I just read two books, one old and one new, about a group of survivors trying to create a new life and society after a nuclear holocaust. The old book, new to me, was Alas Babylon by Pat Frank, published originally in 1959. In his foreward, Frank says that he wrote the book to answer a friend’s question: “What do you think would happen if the Russkies hit us when we weren’t looking–you know, like Pearl Harbor?”
I can see that this book, with its doomsday scenarios and talk of survival of the fittest, was and still is a sobering read. It must have scared some people silly when they read it back in the late 50′s/early 60′s at the beginning of the Nuclear Age. Now we’ve gotten used to the idea that a nuclear Armageddon is possible, but most of us still don’t believe it will ever happen. After all, it’s been fiftyplus years since Hiroshima and Nagasaki, and we’re all still here —no nuclear war yet. Still, I guess I tend to think that Alas Babylon is optimistic since it tells the story of a small group of survivors in Central Florida after a massive nuclear strike by the Russians destroys most of the large to medium-sized cities in the United States, including Tampa, Miami, Tallahassee, and Orlando. I doubt very many, if any, people would survive such a strike.
The new book, published in 2008, is The Compound by S.A. Bodeen. In this story, survival takes place at the family level inside a nuclear fall-out shelter, built by the eccentric millionaire Rex Yanakakis to ensure the safety of his family in the event of a nuclear attack. The narrator, Eli, is one of Yanakakis’s twin sons, and as he tells about the six years the family has already spent inside The Compound, the reader can feel the claustrophobic price of the family’s survival.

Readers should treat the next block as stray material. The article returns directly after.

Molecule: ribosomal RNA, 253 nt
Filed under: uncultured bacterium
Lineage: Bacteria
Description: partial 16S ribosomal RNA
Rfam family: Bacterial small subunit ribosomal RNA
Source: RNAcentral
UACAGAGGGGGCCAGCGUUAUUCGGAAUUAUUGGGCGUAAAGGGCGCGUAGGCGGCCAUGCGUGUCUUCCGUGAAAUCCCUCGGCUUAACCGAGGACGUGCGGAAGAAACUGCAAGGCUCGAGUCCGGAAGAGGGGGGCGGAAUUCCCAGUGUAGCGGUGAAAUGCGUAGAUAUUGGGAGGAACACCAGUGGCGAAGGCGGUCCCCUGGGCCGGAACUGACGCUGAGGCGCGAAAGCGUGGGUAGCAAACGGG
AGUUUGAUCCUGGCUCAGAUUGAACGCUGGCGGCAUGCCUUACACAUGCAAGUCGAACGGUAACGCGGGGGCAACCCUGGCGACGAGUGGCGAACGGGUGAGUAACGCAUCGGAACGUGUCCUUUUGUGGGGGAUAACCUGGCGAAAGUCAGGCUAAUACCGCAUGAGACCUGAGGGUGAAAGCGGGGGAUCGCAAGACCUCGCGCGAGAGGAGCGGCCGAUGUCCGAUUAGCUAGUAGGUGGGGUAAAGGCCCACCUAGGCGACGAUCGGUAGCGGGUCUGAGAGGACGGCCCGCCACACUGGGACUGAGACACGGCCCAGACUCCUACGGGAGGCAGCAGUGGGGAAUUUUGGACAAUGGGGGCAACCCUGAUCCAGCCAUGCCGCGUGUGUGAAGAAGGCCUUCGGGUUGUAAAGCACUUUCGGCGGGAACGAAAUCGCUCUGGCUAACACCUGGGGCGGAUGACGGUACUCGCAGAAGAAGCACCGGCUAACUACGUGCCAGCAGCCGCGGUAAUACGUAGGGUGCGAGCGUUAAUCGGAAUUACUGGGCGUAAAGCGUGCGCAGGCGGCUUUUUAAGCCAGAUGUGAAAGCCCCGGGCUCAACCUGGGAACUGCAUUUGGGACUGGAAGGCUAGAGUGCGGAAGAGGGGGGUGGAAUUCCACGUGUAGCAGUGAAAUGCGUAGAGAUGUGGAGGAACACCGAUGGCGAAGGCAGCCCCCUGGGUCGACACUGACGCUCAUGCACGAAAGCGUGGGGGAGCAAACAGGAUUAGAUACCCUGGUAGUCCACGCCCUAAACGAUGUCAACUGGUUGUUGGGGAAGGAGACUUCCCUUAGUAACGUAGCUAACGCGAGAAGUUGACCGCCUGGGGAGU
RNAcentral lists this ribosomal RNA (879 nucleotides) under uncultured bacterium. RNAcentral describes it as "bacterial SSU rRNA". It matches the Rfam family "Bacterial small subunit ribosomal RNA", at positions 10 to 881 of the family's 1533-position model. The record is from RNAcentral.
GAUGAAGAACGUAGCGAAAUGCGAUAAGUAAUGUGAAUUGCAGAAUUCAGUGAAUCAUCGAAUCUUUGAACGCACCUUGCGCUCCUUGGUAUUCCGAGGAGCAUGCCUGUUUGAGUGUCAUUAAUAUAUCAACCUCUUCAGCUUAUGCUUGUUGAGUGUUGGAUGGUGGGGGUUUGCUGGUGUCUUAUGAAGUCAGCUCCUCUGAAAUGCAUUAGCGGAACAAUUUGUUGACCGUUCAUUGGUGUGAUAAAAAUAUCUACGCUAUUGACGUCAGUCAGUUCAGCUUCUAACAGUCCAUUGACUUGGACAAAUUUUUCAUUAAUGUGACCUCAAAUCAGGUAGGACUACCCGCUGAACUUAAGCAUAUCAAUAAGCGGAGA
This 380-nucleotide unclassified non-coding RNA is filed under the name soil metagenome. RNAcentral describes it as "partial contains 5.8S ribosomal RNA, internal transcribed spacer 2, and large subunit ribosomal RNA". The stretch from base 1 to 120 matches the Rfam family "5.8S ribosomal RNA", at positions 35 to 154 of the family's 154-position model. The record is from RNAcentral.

Both books show the psychological as well as the physical necessities that make it possible to live in a world in which the old has passed away, and all things have become, not so much new, as completely foreign and reduced to the essentials. In both books the laws and social customs that make civilization possible have come into question or been completely destroyed, almost overnight, and the survivors must decide what they are willing to do in order to continue to survive.
As I read these two books, I tried to think of other books about survival when society as we know it has either broken down or been left behind.
Many children’s and young adult books are about survival when a character or group of characters have been stranded away from society, law, and modern technology. Maybe it all started with Peter Pan’s “lost boys” or even with Robinson Crusoe and went downhill from there. Usually, one or two people cut off from the world manage to survive rather well, although not without some harrowing escapes and near misses, but a group of losties tend to discover original sin and groupthink turns to anarchy and survival of the fittest.
Solo (or almost solo) survival:
Hatchet by Gary Paulsen.
Island of the Blue Dolphins by Scott O’Dell.
Walkabout by James Vance Marshall.
Robinson Crusoe by Daniel Defoe.
Julie of the Wolves by Jean George.
My SIde of the Mountain by Jean George. Semicolon review here.
The Cay by Theodore Taylor
The Swiss Family Robinson by Johann Wyss.
Lord of the Flies by William Golding.
Children of Men by P.D. James. Semicolon review here.
Hill’s End by Ivan Southall.
Life As We Knew It by Susan Beth Pfeffer. Read it last month; review coming soon.
The Day of the Triffids by John Wyndham.
The Compound by S.A. Bodeen.
The Rule of Claw by John Brindley. I just read a review copy of this relatively new YA title, and I’ll be reviewing it soon. It’s a cautionary tale of evolution on steroids.
Alive by Piers Paul Read.
Adrift: Seventy-SIx Days Lost at Sea by Steven Callahan.
Shipwreck at the Bottom of the World by Jennifer Armstrong.
Into Thin Air by John Krakauer.
Dove by Robin L. Graham.
Nuclear holocaust survival:
On the Beach by Nevill Shute. Semicolon review here.
Alas, Babylon by Pat Frank.
Z Is for Zachariah by Robert O’Brien.
A Canticle for Leibowitz by Walter Miller. Semicolon review here.
The Road by Carmac McCarthy.
The Chrysalids by John Wyndham.
Down to a Sunless Sea by David Graham.
Any additions to the list? As I think about it, I’m coming up with more and more books that could conceivably be classed as “survival stories”. Perhaps it’s an irresistible plot: put your protagonist in a really hard situation and see what he does to get out. What’s harder than a fight for survival? It makes for riveting fiction.